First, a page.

‘Becoming’ in Jane Eyre: Charlotte Brontë through the Eyes of Gilles Deleuze
pp. 307-318 Author: Posman, Sarah
In four of his books Gilles Deleuze makes a reference to the Brontës. In Dialogues and A Thousand Plateaus he mentions Charlotte Brontë as an example of literature that surpasses a subject-centred narrative, a literature of what he calls a ‘haecceity’ or ‘thisness’, in which events take precedence over subjects making life choices. This essay concentrates on Jane Eyre: An Autobiography in teasing out Deleuze’s surprising mentioning of Charlotte Brontë and explores how a Deleuzian ‘haecceity’-vantage point can change our understanding of life narratives and authorship.
‘The Virgin Soul’: Anglo-French Spectres of Emily Brontë, 1880–1920
pp. 319-329 Author: Van Puymbroeck, Birgit
This essay studies Emily Brontë’s afterlives in late nineteenth- and early twentieth-century biographies. It shows the rise in Emily Brontë’s popularity from the late nineteenth century onwards and demonstrates the rich cross-fertilization between British, Belgian and French accounts of her authorial persona. At the turn of the century, Emily became the subject of a cult that focused on her moral and inner life. She took preponderance over her sister Charlotte and became the subject of spiritualist, proto-feminist and modernist analyses. By focusing on Emily Brontë’s reception in Belgium, Britain and France, this essay adds a cross-national perspective to the Brontë myth.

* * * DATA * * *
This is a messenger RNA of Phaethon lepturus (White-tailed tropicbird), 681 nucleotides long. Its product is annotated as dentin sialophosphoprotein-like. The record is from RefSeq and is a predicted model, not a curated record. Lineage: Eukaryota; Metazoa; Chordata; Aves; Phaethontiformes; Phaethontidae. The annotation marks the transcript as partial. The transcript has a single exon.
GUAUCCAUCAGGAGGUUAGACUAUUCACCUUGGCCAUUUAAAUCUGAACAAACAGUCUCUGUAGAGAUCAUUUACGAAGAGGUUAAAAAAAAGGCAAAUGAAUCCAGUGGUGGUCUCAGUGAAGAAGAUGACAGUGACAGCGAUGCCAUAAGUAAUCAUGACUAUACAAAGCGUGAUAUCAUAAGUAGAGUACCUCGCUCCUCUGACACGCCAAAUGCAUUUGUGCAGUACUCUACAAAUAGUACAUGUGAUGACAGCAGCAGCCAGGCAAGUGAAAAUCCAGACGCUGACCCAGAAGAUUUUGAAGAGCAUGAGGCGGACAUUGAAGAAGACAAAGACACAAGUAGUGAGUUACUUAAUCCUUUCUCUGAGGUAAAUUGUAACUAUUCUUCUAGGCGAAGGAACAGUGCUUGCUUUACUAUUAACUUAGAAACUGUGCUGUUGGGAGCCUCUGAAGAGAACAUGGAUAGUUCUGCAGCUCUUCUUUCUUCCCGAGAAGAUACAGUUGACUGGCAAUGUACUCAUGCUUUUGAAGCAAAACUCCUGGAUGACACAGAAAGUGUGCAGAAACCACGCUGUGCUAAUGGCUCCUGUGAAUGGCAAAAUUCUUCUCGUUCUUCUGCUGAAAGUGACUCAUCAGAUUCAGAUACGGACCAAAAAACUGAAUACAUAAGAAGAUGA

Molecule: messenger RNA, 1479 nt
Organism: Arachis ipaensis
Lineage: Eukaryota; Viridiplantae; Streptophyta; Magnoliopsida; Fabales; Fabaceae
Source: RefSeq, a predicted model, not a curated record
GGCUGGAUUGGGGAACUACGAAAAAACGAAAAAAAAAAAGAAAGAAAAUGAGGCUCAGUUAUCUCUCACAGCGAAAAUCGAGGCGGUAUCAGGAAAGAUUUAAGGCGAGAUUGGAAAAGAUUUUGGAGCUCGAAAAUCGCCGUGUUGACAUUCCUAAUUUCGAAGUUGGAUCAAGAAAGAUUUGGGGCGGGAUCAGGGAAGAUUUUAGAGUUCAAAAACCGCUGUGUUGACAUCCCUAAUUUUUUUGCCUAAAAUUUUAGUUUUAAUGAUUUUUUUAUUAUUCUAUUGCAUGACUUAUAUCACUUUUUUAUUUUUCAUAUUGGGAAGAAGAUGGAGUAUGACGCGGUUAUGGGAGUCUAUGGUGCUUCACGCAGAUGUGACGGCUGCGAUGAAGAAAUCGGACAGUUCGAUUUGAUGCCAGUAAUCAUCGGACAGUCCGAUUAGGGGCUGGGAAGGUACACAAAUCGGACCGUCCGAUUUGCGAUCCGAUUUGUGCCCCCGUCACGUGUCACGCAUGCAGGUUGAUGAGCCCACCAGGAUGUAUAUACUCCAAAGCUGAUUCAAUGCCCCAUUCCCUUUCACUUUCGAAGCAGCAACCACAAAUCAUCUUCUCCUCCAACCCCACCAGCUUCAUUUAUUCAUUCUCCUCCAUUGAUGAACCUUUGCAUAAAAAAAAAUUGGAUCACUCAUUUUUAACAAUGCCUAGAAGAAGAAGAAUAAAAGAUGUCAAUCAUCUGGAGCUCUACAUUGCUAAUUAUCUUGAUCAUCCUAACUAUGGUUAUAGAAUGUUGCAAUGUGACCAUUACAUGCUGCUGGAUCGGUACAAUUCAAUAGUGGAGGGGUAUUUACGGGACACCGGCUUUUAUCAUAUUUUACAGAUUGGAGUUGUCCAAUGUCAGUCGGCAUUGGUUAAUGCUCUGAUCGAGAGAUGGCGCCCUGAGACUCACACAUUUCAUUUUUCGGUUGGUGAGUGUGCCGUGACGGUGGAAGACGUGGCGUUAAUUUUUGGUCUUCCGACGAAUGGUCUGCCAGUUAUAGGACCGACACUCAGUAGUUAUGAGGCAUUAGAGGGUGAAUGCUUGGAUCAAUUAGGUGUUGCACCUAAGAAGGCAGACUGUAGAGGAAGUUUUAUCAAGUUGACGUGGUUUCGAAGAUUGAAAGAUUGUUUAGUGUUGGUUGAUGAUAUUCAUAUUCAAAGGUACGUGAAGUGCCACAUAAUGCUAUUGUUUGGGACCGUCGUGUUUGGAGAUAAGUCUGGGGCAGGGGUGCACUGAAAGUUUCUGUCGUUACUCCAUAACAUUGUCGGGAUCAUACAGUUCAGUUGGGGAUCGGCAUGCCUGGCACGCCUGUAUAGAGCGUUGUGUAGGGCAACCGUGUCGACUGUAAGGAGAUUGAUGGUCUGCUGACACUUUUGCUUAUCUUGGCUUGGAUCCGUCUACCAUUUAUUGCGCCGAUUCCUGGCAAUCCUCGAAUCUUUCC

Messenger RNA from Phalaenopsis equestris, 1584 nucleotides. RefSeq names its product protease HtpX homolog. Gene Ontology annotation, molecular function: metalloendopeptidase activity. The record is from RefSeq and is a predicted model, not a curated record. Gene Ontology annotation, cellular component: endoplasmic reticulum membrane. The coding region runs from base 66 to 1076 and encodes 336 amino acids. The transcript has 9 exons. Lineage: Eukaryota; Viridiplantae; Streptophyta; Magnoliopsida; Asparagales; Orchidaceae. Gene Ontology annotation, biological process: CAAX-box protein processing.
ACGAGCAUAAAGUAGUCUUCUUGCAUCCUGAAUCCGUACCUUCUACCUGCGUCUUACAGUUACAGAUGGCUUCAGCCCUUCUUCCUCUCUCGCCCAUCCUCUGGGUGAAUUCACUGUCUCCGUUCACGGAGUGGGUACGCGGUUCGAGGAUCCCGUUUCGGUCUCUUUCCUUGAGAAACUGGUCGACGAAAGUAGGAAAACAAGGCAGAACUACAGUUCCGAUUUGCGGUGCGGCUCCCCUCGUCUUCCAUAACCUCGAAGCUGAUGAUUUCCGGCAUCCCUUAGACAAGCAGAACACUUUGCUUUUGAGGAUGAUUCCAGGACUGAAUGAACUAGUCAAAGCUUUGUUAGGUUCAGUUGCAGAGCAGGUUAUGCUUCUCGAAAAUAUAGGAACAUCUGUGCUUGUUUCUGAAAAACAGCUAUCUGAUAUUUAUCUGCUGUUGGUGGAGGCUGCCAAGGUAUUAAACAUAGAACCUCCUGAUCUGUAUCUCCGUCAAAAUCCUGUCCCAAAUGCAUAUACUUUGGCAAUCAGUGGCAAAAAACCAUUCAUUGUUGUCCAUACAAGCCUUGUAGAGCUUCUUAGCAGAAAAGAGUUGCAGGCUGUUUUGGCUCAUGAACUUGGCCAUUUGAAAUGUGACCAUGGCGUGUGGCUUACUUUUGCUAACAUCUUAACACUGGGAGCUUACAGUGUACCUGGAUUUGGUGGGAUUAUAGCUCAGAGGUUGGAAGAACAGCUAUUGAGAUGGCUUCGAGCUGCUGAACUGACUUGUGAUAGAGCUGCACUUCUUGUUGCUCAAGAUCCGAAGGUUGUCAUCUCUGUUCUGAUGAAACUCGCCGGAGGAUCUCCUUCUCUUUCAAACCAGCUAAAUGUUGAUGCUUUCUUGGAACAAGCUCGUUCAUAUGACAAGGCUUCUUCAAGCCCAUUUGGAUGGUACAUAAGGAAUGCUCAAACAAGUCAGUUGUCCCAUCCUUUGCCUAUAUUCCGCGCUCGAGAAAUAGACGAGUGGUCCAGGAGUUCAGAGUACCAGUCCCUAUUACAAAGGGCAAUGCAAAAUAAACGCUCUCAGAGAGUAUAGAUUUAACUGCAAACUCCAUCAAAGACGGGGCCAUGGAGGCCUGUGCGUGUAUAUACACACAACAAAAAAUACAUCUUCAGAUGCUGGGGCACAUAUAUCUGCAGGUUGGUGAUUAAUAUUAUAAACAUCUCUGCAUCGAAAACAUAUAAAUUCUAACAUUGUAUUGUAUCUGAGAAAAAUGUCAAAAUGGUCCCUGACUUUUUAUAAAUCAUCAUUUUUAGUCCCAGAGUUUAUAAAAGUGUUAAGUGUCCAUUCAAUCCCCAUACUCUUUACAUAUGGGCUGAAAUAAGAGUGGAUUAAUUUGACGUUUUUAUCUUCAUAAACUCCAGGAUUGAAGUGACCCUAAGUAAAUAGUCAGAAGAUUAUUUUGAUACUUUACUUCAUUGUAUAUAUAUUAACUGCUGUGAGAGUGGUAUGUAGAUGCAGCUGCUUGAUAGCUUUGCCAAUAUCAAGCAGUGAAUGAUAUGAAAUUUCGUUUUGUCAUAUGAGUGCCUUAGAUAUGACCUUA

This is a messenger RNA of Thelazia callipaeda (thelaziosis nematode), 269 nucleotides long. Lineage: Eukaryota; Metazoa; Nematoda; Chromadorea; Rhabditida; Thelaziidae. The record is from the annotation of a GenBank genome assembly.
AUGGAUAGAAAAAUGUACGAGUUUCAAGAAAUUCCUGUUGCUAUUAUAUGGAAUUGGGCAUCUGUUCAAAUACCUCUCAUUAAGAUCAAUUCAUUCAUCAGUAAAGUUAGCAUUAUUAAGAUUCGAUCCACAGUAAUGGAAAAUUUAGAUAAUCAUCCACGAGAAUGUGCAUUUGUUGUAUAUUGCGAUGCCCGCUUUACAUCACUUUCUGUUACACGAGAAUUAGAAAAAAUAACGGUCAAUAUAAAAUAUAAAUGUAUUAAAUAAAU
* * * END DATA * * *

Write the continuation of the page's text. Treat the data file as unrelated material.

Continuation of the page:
Standing Alone: Anne Brontë out of the Shadow
pp. 330-340 Author: Thormählen, Marianne
Having traced Anne Brontë’s slow emergence from her sisters’ shadow in the course of a century and a half, this article explains the reasons for the long neglect of her works and the circumstances that encouraged twentieth-century readers and academics to begin to take an interest in the youngest Brontë sister. The author argues that Anne’s two novels deserve as much attention from readers and critics as her sisters’ books. She then sets out the distinctive features of Anne Brontë’s fiction, suggesting topics for further research.
Sex, Crimes and Secrets: Invention and Imbroglio in Recent Brontë Biographical Fiction
pp. 341-352 Author: Stoneman, Patsy
The last twenty years have seen a proliferation of fictional works which supplement, rewrite or allude to Brontë biography, augmenting the known facts with more or less plausible invention. Noting that recent literary theories have destabilized the distinction between ‘fact’ and ‘fiction’, I consider two categories of such fiction: those based on a biographical hypothesis, and those in which present-day readers are ‘haunted’ by the Brontë lives. Many of these stories turn on the discovery of documents, and I shall argue that the best of them offer hypotheses which address the aporias — the gaps and puzzles — in scholarly biography.